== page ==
While some of letters to The Canberra Times regarding lowering speed limits in certain zones were quite funny, they also raised a serious question. That is, if the objective is to reduce pedestrian/motor vehicle collisions in these zones is this the most efficient solution?
Singling out the motorist is too simplistic. What about what I term "road user pests"? None of them are motorists. Few of them ever have had "their collar felt" by the long arm of the law.
Here's three examples. First, there is the pedestrian jabbering on his smart phone as he steps off the kerb without a care in the world. That is until some unfortunate motorist cleans him up. Secondly, there's the bike rider who dodges red lights by mounting the kerb and riding on the pedestrian cross walk. Thirdly, there's the e-scooter rider who zig-zags through the traffic and rides up on the sidewalk to get through. They are often helmetless and may even have a pillion passenger.
All of them flout the law with disdain. Do our road safety bureaucrats have any notion of the social costs they impose? What about "jay-walking" regulations to curb (pun intended) meandering pedestrians? What about a crackdown on those e-scooter and bike riding "pests"?
It is mentally lazy to "bash" the motorist whenever a road safety issue arises. Although it may be politically attractive in some quarters, most people would take road safety proposals much more seriously if government adopted a more even-handed approach.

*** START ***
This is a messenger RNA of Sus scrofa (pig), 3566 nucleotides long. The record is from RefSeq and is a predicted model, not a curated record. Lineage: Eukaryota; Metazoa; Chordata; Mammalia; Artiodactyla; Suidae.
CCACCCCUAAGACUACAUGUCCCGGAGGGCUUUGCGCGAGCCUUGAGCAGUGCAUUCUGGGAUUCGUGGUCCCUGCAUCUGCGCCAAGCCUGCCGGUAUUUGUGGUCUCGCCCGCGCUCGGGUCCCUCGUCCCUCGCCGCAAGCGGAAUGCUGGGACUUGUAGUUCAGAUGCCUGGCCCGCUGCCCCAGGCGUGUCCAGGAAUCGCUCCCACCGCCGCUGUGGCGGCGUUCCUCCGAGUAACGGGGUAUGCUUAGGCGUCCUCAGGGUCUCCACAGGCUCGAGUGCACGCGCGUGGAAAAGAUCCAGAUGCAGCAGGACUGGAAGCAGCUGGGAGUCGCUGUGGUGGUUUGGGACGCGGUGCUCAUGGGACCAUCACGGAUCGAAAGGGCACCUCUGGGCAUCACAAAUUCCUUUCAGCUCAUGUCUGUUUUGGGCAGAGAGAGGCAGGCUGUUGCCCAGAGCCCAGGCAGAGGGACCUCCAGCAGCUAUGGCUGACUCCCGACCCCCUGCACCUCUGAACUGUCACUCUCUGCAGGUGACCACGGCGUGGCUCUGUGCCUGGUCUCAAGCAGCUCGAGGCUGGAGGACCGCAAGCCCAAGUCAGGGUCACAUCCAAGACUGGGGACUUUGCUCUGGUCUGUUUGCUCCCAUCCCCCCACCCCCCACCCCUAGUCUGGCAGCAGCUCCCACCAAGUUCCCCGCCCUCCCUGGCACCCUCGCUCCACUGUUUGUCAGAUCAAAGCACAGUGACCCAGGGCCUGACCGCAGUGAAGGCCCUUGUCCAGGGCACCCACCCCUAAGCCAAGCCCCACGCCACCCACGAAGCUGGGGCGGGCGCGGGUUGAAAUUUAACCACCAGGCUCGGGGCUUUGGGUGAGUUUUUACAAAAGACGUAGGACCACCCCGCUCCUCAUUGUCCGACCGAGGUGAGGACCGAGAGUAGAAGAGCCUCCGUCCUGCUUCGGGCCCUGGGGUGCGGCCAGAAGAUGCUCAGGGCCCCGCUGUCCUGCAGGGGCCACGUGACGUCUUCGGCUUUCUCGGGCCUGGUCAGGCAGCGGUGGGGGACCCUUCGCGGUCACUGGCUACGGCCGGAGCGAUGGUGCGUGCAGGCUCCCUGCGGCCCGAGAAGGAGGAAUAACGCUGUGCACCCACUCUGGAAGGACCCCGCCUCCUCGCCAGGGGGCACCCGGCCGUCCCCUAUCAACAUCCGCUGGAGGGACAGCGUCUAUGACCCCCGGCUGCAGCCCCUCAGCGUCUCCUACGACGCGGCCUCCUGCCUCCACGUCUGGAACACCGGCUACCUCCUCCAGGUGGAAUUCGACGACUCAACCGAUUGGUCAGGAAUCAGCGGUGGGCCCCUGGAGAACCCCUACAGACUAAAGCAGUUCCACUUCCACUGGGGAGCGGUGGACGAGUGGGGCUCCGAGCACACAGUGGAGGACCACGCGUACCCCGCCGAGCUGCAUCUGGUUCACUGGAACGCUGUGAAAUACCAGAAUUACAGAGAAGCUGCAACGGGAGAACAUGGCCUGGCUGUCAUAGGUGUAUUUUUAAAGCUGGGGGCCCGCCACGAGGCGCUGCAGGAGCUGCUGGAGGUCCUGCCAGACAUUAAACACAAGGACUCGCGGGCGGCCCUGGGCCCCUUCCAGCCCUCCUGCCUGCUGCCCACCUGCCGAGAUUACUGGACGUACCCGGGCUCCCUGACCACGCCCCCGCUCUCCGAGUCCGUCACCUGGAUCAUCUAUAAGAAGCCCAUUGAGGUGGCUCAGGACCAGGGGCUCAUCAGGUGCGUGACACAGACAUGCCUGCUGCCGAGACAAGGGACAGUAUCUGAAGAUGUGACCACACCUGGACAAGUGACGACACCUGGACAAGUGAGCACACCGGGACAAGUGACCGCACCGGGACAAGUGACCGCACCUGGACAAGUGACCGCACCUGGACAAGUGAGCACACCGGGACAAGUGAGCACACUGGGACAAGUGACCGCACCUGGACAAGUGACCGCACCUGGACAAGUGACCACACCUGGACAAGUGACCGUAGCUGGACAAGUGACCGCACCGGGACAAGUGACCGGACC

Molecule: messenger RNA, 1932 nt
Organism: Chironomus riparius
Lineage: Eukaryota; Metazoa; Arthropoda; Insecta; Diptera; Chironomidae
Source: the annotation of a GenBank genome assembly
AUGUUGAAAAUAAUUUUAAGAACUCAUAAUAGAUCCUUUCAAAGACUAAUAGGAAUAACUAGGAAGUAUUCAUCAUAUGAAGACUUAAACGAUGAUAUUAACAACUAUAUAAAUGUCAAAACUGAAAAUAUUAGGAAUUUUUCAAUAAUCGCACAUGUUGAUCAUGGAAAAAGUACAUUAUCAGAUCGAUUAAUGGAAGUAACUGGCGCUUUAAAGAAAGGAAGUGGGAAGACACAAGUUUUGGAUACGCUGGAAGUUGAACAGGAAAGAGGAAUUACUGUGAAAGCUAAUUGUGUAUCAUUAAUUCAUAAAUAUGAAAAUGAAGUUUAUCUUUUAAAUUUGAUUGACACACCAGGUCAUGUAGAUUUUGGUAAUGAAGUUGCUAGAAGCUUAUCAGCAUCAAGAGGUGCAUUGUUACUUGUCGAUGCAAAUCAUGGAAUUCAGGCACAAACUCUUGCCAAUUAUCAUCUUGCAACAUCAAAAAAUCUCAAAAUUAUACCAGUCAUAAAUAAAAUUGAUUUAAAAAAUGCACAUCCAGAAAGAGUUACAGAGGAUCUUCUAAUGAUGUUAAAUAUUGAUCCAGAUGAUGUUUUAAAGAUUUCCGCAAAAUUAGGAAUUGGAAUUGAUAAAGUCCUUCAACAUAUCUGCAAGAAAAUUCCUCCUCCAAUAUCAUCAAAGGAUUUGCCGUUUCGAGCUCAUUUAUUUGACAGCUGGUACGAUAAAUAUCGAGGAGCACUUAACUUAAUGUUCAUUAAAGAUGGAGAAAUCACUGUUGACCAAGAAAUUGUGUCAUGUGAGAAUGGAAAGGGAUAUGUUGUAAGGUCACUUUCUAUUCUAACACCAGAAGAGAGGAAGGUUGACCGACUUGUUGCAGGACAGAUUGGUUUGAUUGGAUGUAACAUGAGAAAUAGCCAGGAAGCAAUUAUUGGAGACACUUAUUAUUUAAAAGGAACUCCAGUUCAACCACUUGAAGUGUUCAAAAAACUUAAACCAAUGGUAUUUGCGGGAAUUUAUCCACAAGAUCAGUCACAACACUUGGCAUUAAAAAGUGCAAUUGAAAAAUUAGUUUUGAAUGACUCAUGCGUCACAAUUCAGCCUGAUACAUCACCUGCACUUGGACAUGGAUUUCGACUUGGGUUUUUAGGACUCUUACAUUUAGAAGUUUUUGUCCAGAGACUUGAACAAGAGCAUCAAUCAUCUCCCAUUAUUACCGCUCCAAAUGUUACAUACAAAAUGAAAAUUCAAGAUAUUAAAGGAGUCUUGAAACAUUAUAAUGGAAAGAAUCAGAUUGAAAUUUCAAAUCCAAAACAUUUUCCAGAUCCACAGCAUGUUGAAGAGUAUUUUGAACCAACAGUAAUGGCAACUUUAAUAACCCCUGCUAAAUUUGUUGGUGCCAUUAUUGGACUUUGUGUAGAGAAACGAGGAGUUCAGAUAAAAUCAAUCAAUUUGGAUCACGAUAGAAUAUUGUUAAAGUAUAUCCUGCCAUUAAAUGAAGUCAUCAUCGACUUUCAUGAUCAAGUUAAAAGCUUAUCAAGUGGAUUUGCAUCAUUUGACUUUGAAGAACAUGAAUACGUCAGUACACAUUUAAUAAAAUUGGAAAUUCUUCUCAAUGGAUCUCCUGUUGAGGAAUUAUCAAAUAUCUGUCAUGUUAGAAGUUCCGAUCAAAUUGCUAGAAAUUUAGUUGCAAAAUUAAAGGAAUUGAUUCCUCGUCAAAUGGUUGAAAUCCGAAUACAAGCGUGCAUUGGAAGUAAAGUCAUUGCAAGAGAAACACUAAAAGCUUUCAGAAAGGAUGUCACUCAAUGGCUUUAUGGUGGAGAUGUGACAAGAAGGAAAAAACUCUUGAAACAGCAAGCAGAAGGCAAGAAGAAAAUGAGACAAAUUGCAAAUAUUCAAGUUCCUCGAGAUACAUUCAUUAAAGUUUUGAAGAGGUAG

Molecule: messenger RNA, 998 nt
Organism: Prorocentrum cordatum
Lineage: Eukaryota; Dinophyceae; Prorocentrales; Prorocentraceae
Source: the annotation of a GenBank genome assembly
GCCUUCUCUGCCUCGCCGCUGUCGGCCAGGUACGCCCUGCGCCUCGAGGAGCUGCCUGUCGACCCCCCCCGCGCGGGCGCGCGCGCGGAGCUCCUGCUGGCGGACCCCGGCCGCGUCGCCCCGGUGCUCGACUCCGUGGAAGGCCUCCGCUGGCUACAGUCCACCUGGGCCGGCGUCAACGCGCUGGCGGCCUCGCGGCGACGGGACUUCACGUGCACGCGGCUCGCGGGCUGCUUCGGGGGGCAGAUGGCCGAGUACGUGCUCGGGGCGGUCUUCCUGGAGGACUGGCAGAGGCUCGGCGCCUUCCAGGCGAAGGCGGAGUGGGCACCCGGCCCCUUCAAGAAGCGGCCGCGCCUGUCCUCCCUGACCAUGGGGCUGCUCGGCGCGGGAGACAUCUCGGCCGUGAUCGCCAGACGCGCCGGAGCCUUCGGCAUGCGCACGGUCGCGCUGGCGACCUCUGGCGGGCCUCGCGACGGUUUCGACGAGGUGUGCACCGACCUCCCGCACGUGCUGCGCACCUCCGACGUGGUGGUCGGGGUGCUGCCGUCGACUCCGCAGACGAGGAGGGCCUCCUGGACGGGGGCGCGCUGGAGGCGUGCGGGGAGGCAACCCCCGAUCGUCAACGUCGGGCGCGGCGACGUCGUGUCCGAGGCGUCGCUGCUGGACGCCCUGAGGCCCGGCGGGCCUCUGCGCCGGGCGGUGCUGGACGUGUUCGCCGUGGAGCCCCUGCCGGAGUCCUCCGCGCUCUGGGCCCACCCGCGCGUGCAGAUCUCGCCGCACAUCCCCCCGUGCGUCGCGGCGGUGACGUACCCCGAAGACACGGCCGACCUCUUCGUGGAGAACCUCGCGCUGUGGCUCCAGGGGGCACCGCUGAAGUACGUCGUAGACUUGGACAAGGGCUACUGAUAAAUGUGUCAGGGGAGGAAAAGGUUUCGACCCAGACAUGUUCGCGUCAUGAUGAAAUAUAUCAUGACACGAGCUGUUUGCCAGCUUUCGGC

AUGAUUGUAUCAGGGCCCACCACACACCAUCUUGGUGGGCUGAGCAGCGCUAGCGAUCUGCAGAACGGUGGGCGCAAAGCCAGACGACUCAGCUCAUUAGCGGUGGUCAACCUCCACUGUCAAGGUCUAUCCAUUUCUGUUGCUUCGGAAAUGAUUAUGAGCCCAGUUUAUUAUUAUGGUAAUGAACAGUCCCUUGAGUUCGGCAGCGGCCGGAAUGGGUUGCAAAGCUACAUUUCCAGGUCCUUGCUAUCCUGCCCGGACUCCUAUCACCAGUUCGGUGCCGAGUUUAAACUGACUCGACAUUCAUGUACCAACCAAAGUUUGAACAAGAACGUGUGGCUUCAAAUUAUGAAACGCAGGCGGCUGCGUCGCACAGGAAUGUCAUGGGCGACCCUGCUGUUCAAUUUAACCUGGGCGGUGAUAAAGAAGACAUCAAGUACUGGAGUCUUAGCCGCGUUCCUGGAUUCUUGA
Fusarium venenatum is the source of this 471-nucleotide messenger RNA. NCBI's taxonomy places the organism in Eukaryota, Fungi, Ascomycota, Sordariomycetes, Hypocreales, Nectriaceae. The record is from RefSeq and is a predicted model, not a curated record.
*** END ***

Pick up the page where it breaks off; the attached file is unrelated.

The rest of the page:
One notes the consistent lobbying to include the story of the original Indigenous tribes of Australia in the re-modelled Australian War Memorial. The latest urgings come from Stephen Bargwanna ("AWM needs to recognise Frontier Wars", July 29, p38) who urges the AWM to "find a place" to tell the stories of local resistance.
There is a reference to "learning together their (Indigenous) place names, mythology, customs, astrology, botany, pharmacy and so on".
Some might suggest the best place for promoting these topics is the National Museum, along with a record of the border resistance.
It is interesting, but not unexpected, that comments about Labor's domestic violence legislation refer almost exclusively to women victims.
We know from ABS figures that between 22 and 36 per cent of those who seek help as a result of partner to partner violence are male.
That study was the basis of 1986 Office of the Status of Women campaign claiming a third of women had experience of domestic violence, conveniently omitting that much of this was as perpetrators.
These figures predate the inclusion of "coercive control" as domestic violence. Coercive control can be practiced by either gender.
It will be interesting to see how the figures for domestic violence leave develop.
In 1982, Bob Hawke became Prime Minister, and the drought broke.
The IPCC says that there were 60 million tonnes of global greenhouse emissions in 2019.
In 2022, Anthony Albanese became Prime Minister, and the Conservation Council reports that global emissions have fallen to 10 billion tonnes each year.
Let's hope the example of Vietnam deters China from an invasion of Taiwan. The lesson of the 30-year war in Vietnam, which resulted in the eviction of the former colonial power France, and then ended in the ejection of the US superpower, demonstrated the irresistible power of a nation determined on independence.